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Thiamine and dystonia

Antonio Costantini

Department of Neurology, Villa Immacolata Clinic, Strada Sammartinese 65A, 01100 Viterbo, Italy

E-mail : bhuvaneswari.bibleraaj@uhsm.nhs.uk

Maria Immacolata Pala

Department of Neurology, Villa Immacolata Clinic, Strada Sammartinese 65A, 01100 Viterbo, Italy

Erika Trevi

Department of Neurological Rehabilitation, Villa Immacolata Clinic, Strada Sammartinese 65A, 01100 Viterbo, Italy

Roberto Fancellu

Unit of Neurology, IRCCS San Martino University Hospital IST, Largo R. Benzi, 10, 16132 Genoa, Italy

DOI: 10.15761/JTS.1000165

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Abstract

The primary torsion dystonias are a clinically and genetically heterogeneous group of movement disorders characterized by sustained or intermittent involuntary muscle contractions, causing abnormal segmental movements or incorrect postures or both. These symptoms have been associated with defects in mitochondrial oxidative phosphorylation. We have treated two female patients affected by sporadic, idiopathic, late-onset primary dystonia with high doses (100 mg twice a week) of intramuscular thiamine for 6-7 months. This therapy was effective in improving the motor problems, assessed with the Fahn-Marsden Rating Scale, of both patients. Considering that thiamine is a cofactor of mitochondrial enzymes involved in cell energy production, our results may support the hypothesis that some types of dystonia might have a mitochondrial pathogenetic defect.

Key words

dystonia, thiamine, mitochondrial diseases, oxidative phosphorylation, Fahn-Marsden Rating Scale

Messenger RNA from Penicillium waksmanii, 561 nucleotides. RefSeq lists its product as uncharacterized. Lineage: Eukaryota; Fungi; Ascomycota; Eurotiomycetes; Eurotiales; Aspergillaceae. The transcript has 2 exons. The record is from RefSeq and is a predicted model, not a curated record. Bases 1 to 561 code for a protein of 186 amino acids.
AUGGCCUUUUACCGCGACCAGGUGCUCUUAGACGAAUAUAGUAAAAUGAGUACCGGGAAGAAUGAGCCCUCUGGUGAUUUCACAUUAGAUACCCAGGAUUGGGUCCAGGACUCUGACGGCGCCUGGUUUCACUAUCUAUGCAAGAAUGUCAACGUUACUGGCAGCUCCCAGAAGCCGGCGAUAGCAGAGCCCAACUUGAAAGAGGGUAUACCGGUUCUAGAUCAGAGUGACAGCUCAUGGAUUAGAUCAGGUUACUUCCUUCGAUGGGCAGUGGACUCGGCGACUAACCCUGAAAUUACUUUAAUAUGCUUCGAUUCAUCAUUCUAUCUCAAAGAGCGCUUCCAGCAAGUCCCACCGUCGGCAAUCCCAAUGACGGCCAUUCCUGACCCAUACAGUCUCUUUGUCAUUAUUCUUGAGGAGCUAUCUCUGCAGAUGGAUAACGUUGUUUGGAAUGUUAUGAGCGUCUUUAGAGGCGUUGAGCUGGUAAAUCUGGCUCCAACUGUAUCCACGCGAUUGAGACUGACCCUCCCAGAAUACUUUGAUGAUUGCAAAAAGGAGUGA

Introduction

The primary torsion dystonias (PTD) are a group of movement disorders characterized by sustained muscle contractions, frequently causing repetitive twisting movements or abnormal postures. In sporadic, idiopathic, late onset PTD, dystonia is the unique clinical sign, and there is not an identifiable exogenous, inherited, or degenerative cause [1].

The effect of the pathogenic changes in primary dystonia is not the neuronal death, but rather a dysfunction in the neural networks involving basal ganglia, sensorimotor cortex, and cerebellum. Neuroimaging studies showed structural and functional abnormalities in both focal and generalized PTD [2].

Defects in mitochondrial oxidative phosphorylation (OXPHOS) play a primary role in several neurodegenerative diseases. Dystonia is a neurological symptom that has definitely been associated with OXPHOS defects; some authors hypothesized that dystonia might have a mitochondrial etiology [3]. The classification of dystonias is based on three axes: by cause, by age at onset, by distribution. At present, only symptomatic treatment is possible for these diseases, since disease-modifying therapies effective on the pathogenic mechanisms of dystonia are not yet available [1].

Thiamine (vitamin B1) plays a key role in the maintenance of brain function. Thiamine-dependent processes are critical in glucose metabolism, and recent studies implicated thiamine in oxidative stress, protein processing, peroxisomal function, and gene expression. The classical syndromes caused by thiamine deficiency (TD) in humans are beriberi and Wernicke-Korsakoff syndrome [4-6].

The decreased activities of thiamine-dependent enzymes have also been reported in some neurodegenerative diseases independently on the nutritional state of the patients [6].

We previously formulated the hypothesis that, in some inherited or sporadic degenerative diseases of the central nervous system (particularly in Parkinson disease and in a subtype of genetically determined dystonia, DYT16), the pathogenesis of the symptoms could be linked to a focal thiamine deficiency due to dysfunctions of intracellular thiamine transport or to enzymatic abnormalities [7-9]. These dysfunctions may be responsive to high-dose thiamine [8, 9].